There are currently a number of Intergroup vacancies. If you’d be interested in any of these positions please contact firstname.lastname@example.org. There are six Intergroup meetings a year which you would be asked to attend. The suggested minimum sobriety for Intergroup roles is two years. Support will be given to guide you into any position.
Growing into Service (from the pamphlet ‘Growing into Service’)
Alcoholics Anonymous is more than a set of principles; it is a Fellowship of alcoholics in action. Service is at the centre of every AA concept and activity. It is as fundamental to AA as abstinence is to sobriety. Without this giving of oneself to another, there would be no Fellowship. This desire to serve improves recovery.
As newcomers, we see people giving time, energy and love in the service of the Fellowship, and it is suggested that we too should become involved. Those of us who have done this will tell you of the enormous benefits we have received by willingly stepping into service. A great paradox of AA is that rewards come when we begin to forget ourselves.
More information about each role can be found in the Service and Structure Handbooks for Great Britain. You can download copies of these completely free of charge by clicking the links below.
- Intergroup Officers should have a good working knowledge of the following AA publications: Alcoholics Anonymous, The Twelve Steps and Twelve Traditions, AA Comes of Age, the latest edition of The AA Structure and Service Handbooks for Great Britain, The AA Service Manual.
- They should have good knowledge of the structure of AA.
- Suggested sobriety varies based on the role.
- Most groups make sure that their officers have had a known period of continuous sobriety, at least one year, and have shown themselves willing and available to give dependable service through regular attendance at meetings. It has generally been found that giving a member a
job solely to help that member stay sober does not work. The group’s welfare is of primary concern in choosing officers and in this sense, a mention of Traditions 1 and 2 is helpful at election times as is also an appreciation that familiarity with the 12 Steps, Traditions and Concepts for World Service helps officers to do a better job.
While one year’s continuous sobriety may be sufficient to undertake some other duties, the group’s principal officer, i.e. Chair or Secretary should have at least two years’ continuous sobriety and have had other group experience.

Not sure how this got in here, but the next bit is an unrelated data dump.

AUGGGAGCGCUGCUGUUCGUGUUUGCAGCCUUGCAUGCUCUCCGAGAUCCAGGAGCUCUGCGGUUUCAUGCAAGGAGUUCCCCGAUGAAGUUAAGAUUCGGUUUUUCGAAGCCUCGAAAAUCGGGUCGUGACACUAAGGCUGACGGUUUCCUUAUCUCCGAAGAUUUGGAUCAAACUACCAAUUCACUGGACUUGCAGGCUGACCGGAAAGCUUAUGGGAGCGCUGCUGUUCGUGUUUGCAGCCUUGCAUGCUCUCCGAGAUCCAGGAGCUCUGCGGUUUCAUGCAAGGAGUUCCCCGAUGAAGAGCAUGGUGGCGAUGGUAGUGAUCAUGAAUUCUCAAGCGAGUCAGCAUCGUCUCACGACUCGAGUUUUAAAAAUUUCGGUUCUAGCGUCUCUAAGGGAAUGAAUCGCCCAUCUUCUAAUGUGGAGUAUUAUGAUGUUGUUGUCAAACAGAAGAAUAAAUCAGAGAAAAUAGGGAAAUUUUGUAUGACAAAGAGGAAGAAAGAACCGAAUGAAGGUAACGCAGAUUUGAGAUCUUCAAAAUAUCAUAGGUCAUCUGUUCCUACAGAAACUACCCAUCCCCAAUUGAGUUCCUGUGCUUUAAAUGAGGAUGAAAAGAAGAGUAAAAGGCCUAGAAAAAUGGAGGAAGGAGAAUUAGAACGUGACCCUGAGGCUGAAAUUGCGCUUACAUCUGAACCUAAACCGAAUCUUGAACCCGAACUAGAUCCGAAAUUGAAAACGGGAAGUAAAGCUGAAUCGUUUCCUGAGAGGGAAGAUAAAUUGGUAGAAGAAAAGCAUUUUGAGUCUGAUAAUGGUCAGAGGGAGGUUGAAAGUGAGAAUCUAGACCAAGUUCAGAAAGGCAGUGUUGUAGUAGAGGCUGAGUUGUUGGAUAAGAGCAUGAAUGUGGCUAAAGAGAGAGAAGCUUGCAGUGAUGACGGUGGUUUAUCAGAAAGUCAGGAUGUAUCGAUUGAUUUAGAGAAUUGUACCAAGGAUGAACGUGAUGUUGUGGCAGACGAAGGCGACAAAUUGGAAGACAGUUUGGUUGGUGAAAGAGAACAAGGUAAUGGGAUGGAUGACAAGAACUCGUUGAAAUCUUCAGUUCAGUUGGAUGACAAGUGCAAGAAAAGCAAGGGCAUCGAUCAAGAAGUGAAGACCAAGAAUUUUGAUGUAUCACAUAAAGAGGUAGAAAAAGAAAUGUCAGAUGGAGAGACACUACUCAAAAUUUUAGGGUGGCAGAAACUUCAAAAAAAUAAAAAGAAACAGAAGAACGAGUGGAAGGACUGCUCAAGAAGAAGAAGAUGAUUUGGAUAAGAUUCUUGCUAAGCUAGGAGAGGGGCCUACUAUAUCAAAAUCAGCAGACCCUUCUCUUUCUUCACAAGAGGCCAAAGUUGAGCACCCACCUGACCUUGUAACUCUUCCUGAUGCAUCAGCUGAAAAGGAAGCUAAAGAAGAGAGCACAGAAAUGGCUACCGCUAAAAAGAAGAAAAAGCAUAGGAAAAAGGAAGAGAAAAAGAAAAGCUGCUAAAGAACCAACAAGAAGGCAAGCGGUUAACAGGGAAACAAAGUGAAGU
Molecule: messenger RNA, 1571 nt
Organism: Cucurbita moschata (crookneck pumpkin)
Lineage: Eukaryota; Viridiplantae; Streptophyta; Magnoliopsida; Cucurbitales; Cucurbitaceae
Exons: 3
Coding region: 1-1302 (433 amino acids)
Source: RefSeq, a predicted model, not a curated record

- Co-ordinates group activities, preventing confusion or misunderstanding in group affairs
- Opens all regular group meetings then turns them over to a speaker who is leader for that session only
- Has final responsibility for the smooth functioning of the group and also conducts group Conscience and Business Meetings
Telephone Liaison Officer
The responsibility of the TLO is administer the coverage of our Intergroup area’s telephone helpline and reports back to intergroup and region supported by a Telephone Service Committee if one exists. Further information on ‘Telephone Services’ can be found in chapter ten of the AA Service Handbook for Great Britain, p. 63.
Electronic Communications Liaison Officer
The principal role of the ECLO is one of liaison, communication and co-ordination between groups, intergroup, region, and the Electronics Communications Sub-Committee (ECSC) – and to facilitate correlation and dissemination of relevant information between these principal service areas. Therefore a good understanding of the Traditions and Service and Structure Handbooks is more important to the role than technical knowledge. A minimum of three years’ sobriety is recommended, and a general competence with the use of computers. Further information on ‘ECLO’ can be found in chapter three of the AA Service Handbook for Great Britain, p. 35.
Probation Liaison Officer
The responsibility of the Probation Liaison Officer is to carry AA’s message to probation service professionals, and reports back to intergroup and/or region. employers within their local area supported by intergroup and region and a Probation/Service Committee if one exists.
Further information on ‘AA and the Probation/Criminal Justice Service’ can be found in chapter nine of the AA Service Handbook for Great Britain, p. 59.